Ticonderoga. That word had been going through my mind for no apparent reason for the last few weeks. I was fascinated by the mere sound: Ti…con…der…ro…ga. I would be looking at a sunset one day, and the word would pop up like a kernel looking for some butter…Ticonderoga.
So what?—You might say…well, tell me if this happens to you…
One night, I was finding some time where I had no chores, and so I went into my library, and thought…to myself, I’m going to just randomly grab one of those old National Geographic’s. After all, I have all the issues on the shelves that go to 1953. I stopped my subscription when the long time editor, Gilvert Hovey Grosvenor was retired, and the global warming idiots took control, but until then, I read every issue.
Ticonderoga was the last thing on my mind that night. So imagine my astonishment when I picked an issue by random, (August 1967) and started on the first article: From Sword to Scythe in Champlain Country, then …. opened it up and there it was: a picture of Fort Ticonderoga.
What are the odds?
So, here’s what I got out of this: Once upon a time,(in 1609) high up near the border of Canada, a French Explorer named Samuel de Champlain was helping out his Algonquian Indian friends, who had been fighting over the fishing rights of the waters. Their enemies were the Iroquois, who often helped the British. One day they were walking through the woods, and came upon three Iroquois chiefs, and Samuel shot them all dead with one shot from his arquebus. Even though the lake was named in his honor, the Five Nations never forgave Champlain, and 150 years later the Five Nations sided with the British in the French and Indian war, which the British won.
It was the French that built Fort Ticonderoga, but they made one big mistake: It’s location. Later it would prove to be an advantage for the British:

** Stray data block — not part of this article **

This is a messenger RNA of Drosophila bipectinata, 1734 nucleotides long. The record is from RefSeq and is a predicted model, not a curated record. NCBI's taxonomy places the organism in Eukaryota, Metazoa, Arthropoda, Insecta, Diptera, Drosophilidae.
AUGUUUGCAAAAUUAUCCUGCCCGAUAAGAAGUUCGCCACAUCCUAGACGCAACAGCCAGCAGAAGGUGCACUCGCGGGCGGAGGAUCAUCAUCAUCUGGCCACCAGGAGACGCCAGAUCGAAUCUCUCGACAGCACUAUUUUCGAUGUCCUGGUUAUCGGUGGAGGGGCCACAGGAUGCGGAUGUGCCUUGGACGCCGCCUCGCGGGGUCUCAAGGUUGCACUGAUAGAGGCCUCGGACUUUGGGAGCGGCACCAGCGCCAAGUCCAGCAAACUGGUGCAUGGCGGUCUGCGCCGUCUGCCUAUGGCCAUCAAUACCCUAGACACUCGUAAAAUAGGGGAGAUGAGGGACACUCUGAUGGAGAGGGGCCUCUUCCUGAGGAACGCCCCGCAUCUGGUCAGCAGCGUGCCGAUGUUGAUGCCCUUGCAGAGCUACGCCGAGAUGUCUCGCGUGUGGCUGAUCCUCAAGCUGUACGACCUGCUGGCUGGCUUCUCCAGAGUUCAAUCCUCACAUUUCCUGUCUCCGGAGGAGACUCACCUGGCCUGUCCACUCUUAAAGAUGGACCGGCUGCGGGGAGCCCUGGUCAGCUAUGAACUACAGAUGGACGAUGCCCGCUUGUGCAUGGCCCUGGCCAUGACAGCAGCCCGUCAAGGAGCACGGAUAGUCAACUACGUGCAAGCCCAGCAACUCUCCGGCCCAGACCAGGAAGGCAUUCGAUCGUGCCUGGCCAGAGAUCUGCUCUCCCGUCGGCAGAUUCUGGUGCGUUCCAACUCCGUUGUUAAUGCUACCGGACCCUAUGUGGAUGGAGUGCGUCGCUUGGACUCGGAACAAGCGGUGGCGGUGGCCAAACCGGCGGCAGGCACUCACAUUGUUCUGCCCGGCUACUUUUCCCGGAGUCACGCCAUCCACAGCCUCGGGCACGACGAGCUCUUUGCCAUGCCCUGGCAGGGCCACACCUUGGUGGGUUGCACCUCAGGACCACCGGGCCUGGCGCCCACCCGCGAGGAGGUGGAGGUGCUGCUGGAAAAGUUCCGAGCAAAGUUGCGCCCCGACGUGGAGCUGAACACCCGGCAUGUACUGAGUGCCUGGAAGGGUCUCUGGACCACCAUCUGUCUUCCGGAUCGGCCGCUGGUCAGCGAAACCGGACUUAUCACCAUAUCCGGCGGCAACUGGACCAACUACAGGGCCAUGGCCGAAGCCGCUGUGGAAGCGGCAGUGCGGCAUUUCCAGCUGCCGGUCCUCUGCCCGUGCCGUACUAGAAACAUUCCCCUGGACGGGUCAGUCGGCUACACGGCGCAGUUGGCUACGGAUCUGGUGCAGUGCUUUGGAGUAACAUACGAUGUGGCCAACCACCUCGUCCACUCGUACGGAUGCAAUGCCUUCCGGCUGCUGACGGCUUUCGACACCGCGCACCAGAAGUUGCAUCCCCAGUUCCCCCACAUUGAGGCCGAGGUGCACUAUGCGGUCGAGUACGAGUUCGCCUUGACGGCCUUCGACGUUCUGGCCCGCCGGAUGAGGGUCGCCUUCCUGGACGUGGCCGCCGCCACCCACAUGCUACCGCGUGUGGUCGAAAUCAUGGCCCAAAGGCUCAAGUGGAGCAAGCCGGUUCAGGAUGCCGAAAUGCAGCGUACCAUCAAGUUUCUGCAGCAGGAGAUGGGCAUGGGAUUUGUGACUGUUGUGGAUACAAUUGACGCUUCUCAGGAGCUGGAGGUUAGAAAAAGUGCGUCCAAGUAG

During the 1758 Battle of Carillon, 4,000 French defenders were able to repel an attack by 16,000 British troops near the fort. In 1759, the British returned and drove a token French garrison from the fort. During the American Revolutionary War, the fort again saw action in May 1775 when the Green Mountain Boys and other state militia under the command of Ethan Allen and Benedict Arnold captured it from the British in a surprise attack. Cannons captured were transported to Boston where their deployment forced the British to abandon the city in March 1776. The Americans held the fort until June 1777, when British forces under General John Burgoyne occupied high ground above it and threatened the Continental Army troops, leading them to withdraw from the fort and its surrounding defenses. The only direct attack on the fort took place in September 1777, when John Brown led 500 Americans in an unsuccessful attempt to capture the fort from about 100 British defenders.
Not only was it pretty far away from the river, the Fort was unprotected by the “high” ground above it.
What does this all have to do with anything?
Defense is probably the most important aspect of a country, or a life. The French should have made a better fort….picked a better location.
President Trump is right to build a wall, in brick, stone, and manpower. While the wacko left wants us to all believe that all men are created equal, and will all get along, we know reality. Make sure you are on high ground. America should always take the high ground.
Ticonderoga is Iroquois: It means: “It is the junction of two waterways.” Not far from my house is the junction of two waterways…the Mississippi and the Missouri…TICONDEROGA!
It’s really a beautiful sound. I think it should be right up there with the world “Geronimo!”
And I still have NO idea why I was lead to even look into it. Somebody up there is…just having too much fun.